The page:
The main exhibition space at Hin Bus Depot. Image credit: Wael Qarssifi.

Building Practice: Arts Spaces in Malaysia

The arts ecosystems in many parts of Southeast Asia are under-resourced. In this environment, independent arts spaces provide invaluable opportunities and support to the wider community. Deborah Augustin interviews the people behind four arts spaces in Malaysia to learn more about their work and how they have survived in an evolving landscape.

What does it take to open an art space? More importantly, how do you keep one going over the course of many years? I was interested in finding out what the secret might be to running and sustaining an arts space or collective in Malaysia. Despite the ever present challenges of funding and the added pressures of the pandemic, there are arts spaces that have not only survived but continued to thrive. 

For Mohd Jayzuan, founder of multidisciplinary arts collective Projek Rabak that started out in Ipoh, a city in the North of Malaysia, discipline is key. “The most important thing is commitment and discipline…when we talk about collective[s] usually people…imagine benda yang leisure atau santai je kan (something leisurely or stress free, right)?…But when it comes to work…We really take it very seriously.” Projek Rabak started out in 2011 after Jayzuan was inspired by visits to the arts collective Ruangrupa in Jakarta while on tour with his band around 2004 and 2005.

According to Jayzuan, at that time in Malaysia it was difficult to become an artist or exhibit your work without institutional credentials. By contrast Ruangrupa helped him to see that he didn’t need the backing of an institution, “I saw…that oh, if you don’t consider yourself an artist or you don’t really have certificates [from]…universities or colleges,  you still can exhibit, you can like, do arts and do something that you really want to do.” Since its founding, Projek Rabak has curated and hosted exhibitions and festivals, and a variety of events and programmes, including being part of Malaysia’s Venice Biennal 2022 exhibition, Pera + Flora + Fauna. The collective members are musicians, poets, visual artists and multidisciplinary artists like Jayzuan. 

Projek Rabak’s performance art at the 59th Venice Biennale. Image courtesy of Projek Rabak.

For June Tan, a producer at Five Arts Centre, having a common vision is important to sustain an arts collective, “The collective members and our collaborators (non members of Five Arts) have a common vision of facilitating space for difference, for the alternative and I feel that common goal helps us to…keep working together and to make projects happen.” At 38 years old, Five Arts Centre is certainly a case study for how to keep an arts space going. It was founded in 1984, in part to tell Malaysian stories at a time when few local plays were being staged. Since then it has produced theatre, dance, and music performances that engage with the Malaysian contemporary and its politics. It is also a home for experimental and interdisciplinary pieces and the collective and its members have performed their work around the world. 

While the secret to sustaining an arts collective differs, physical space plays a vital part to many collectives. In Penang, physical space is the foundation of Hin Bus Depot’s work and impact. As its name suggests, the physical space of what has become a thriving creative hub and contemporary art space was once a bus depot that had fallen into disuse. On a Sunday afternoon in November, the space was bustling with its weekly Hin Market. Small local businesses had stalls that sold everything from paintings, handmade clothes, to delicious pastries. Meanwhile, a print making demo by artist Dolores de Sade took place in the main exhibition space in conjunction with the (re)constructed ecologies exhibition.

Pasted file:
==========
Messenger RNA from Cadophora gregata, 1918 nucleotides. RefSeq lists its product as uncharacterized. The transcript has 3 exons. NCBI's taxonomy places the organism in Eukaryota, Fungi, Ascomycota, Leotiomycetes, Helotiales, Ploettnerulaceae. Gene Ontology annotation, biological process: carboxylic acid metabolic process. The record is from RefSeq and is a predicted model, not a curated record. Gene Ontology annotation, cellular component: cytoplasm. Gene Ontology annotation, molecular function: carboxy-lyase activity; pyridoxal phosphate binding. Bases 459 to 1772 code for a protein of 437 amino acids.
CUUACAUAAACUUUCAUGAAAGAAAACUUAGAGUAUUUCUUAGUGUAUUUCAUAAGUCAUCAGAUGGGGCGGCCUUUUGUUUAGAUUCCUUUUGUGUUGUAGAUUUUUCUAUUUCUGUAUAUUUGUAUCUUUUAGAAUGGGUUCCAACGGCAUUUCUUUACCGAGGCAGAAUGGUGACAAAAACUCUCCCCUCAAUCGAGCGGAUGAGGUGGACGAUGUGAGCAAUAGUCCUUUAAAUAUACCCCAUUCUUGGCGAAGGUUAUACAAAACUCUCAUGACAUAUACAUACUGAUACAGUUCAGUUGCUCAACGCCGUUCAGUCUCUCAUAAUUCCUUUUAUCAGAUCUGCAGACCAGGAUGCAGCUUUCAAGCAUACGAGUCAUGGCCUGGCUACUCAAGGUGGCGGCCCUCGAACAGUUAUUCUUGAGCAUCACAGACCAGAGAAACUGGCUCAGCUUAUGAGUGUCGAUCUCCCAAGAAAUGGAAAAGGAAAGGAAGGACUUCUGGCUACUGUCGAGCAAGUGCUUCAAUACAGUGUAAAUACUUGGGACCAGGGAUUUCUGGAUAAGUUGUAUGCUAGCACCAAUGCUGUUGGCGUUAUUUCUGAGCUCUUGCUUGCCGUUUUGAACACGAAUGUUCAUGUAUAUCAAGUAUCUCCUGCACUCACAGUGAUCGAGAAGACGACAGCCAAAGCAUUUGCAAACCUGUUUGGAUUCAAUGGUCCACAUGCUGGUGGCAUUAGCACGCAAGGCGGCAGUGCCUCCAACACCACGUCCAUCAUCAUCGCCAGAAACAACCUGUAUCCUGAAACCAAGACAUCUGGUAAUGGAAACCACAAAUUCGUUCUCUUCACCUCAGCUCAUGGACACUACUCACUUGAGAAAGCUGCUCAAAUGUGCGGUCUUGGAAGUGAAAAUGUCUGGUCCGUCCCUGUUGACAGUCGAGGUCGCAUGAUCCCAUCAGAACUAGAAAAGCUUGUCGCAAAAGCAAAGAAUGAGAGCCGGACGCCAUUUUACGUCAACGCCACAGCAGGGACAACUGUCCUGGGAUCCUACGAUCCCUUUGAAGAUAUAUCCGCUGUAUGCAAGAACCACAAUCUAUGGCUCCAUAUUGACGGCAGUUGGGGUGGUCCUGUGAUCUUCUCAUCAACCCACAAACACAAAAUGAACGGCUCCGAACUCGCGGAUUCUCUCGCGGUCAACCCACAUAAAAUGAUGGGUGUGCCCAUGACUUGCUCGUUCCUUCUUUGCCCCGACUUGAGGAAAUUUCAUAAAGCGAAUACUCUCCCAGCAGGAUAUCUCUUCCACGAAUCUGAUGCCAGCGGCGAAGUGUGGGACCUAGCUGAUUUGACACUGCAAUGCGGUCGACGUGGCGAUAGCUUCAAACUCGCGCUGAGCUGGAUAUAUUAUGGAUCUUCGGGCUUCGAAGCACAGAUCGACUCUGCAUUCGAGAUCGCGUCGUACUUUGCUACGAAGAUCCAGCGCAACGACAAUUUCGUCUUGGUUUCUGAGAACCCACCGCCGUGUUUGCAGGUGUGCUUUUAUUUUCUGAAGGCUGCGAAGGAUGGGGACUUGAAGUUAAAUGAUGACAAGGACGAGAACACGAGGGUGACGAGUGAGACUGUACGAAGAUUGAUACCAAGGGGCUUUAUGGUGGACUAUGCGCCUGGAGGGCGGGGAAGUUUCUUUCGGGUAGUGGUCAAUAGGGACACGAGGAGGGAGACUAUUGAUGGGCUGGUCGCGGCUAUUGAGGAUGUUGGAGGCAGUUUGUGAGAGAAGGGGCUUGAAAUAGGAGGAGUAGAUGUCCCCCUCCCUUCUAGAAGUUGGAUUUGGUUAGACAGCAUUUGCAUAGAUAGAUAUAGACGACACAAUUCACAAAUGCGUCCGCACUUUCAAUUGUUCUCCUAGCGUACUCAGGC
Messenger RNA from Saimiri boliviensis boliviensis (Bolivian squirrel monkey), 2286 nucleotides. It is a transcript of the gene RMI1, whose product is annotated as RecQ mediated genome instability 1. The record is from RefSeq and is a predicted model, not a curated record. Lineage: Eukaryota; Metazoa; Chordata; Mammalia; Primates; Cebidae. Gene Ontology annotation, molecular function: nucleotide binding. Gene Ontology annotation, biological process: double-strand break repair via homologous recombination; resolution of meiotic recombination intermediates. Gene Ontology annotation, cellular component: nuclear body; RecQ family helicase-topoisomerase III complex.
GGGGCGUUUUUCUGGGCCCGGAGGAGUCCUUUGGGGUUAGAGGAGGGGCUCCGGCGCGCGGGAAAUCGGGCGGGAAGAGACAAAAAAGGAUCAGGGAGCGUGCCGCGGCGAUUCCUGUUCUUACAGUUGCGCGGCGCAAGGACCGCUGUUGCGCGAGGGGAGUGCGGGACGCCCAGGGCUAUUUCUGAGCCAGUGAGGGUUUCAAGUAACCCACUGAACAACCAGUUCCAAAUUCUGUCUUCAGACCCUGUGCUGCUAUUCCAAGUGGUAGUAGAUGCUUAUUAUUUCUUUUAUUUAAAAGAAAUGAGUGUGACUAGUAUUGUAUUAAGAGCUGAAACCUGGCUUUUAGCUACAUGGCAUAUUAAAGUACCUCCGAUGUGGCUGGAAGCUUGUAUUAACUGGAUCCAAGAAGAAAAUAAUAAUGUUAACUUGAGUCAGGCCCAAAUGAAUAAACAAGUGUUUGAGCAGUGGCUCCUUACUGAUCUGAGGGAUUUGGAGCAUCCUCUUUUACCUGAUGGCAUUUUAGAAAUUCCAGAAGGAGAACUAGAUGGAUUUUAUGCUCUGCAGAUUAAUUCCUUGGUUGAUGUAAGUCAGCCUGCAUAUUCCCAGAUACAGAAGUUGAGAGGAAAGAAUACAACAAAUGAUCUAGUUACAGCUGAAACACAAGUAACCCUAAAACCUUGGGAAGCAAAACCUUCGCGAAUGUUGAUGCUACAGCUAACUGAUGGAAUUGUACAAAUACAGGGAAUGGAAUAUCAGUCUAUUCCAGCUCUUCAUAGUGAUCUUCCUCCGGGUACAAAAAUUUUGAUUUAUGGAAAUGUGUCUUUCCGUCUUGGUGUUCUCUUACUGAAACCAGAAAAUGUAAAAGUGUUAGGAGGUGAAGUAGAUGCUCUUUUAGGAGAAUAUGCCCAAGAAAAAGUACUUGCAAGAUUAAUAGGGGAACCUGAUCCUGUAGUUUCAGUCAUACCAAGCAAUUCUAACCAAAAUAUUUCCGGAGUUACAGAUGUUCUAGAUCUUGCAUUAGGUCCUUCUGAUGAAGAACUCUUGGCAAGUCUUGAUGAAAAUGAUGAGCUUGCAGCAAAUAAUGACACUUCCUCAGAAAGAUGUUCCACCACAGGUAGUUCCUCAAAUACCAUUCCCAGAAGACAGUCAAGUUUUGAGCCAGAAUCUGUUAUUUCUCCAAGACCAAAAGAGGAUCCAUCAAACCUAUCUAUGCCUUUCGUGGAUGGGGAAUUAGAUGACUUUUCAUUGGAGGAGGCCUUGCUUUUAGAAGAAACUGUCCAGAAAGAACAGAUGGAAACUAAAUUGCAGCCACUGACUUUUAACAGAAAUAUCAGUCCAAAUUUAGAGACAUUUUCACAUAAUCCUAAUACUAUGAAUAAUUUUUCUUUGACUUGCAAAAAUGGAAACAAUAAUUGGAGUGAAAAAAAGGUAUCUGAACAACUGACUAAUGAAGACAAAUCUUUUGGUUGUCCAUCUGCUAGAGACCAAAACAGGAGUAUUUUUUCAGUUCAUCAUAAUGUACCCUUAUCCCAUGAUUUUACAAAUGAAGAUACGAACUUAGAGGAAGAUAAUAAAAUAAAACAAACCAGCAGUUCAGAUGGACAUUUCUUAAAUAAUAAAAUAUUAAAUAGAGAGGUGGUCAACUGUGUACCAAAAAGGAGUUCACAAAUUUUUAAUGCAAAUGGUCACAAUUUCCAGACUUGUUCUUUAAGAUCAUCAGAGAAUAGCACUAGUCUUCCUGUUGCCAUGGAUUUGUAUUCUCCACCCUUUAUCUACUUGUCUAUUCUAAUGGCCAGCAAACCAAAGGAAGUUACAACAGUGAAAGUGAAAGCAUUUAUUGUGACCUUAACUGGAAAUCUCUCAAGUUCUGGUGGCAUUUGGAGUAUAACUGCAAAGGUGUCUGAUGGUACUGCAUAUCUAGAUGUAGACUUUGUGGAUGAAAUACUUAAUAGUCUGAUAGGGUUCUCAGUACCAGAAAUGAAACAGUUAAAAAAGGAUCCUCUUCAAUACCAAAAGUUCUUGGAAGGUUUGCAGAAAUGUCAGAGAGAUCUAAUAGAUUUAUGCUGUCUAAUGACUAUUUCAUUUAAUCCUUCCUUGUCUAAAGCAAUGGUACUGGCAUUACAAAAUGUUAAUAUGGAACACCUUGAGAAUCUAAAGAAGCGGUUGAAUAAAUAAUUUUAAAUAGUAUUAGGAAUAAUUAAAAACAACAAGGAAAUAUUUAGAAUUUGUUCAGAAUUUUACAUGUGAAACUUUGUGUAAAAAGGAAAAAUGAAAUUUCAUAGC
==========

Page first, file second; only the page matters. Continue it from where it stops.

“I think it’s important to have physical spaces,” says Wanida Razali, the gallery manager at Hin Bus Depot.  She elaborates, “…physical space brings physical activities which brings to a deeper and [more] meaningful engagement…and that’s what we believe art is supposed to be. It’s about engagement, it’s about how we grow the community.” In addition to the market, the hub also offers artist studio spaces at a rate lower than market rate, which is a boon in a city like Georgetown where its heritage status and the subsequent tourism boom has driven up rental rates.

In Kuching, a physical base is essential for HAUS KCH. The creative hub was founded in 2016 with the aim of creating greater accessibility to the arts and breaking the artistic silos in the Kuching arts scene. The latter objective being an exciting prospect for co-founder Syed Rusydie, “I wanted the space to house different creative disciplines–I was compelled by the prospect of previously-unconnected creative circles finally connecting.” HAUS KCH is currently home to 10 creative endeavours, which range from a music recording studio to a think tank. The hub also offers an exhibition space at an accessible rate to local creative communities for events. 

Rusdyie says that the availability of a space “managed by creatives for creatives…has helped play a role in revving the engine of Kuching’s previously-quiet arts scene. Pre-2017, Kuching would see only a handful of grassroots-run events per year. There were only large conventions, Kuching Festival, and the Rainforest World Music Festival to look forward to. We set out to wake up the city by having at least 2 events per month. In 2017, we did just that, and inspired many others to do their own thing.”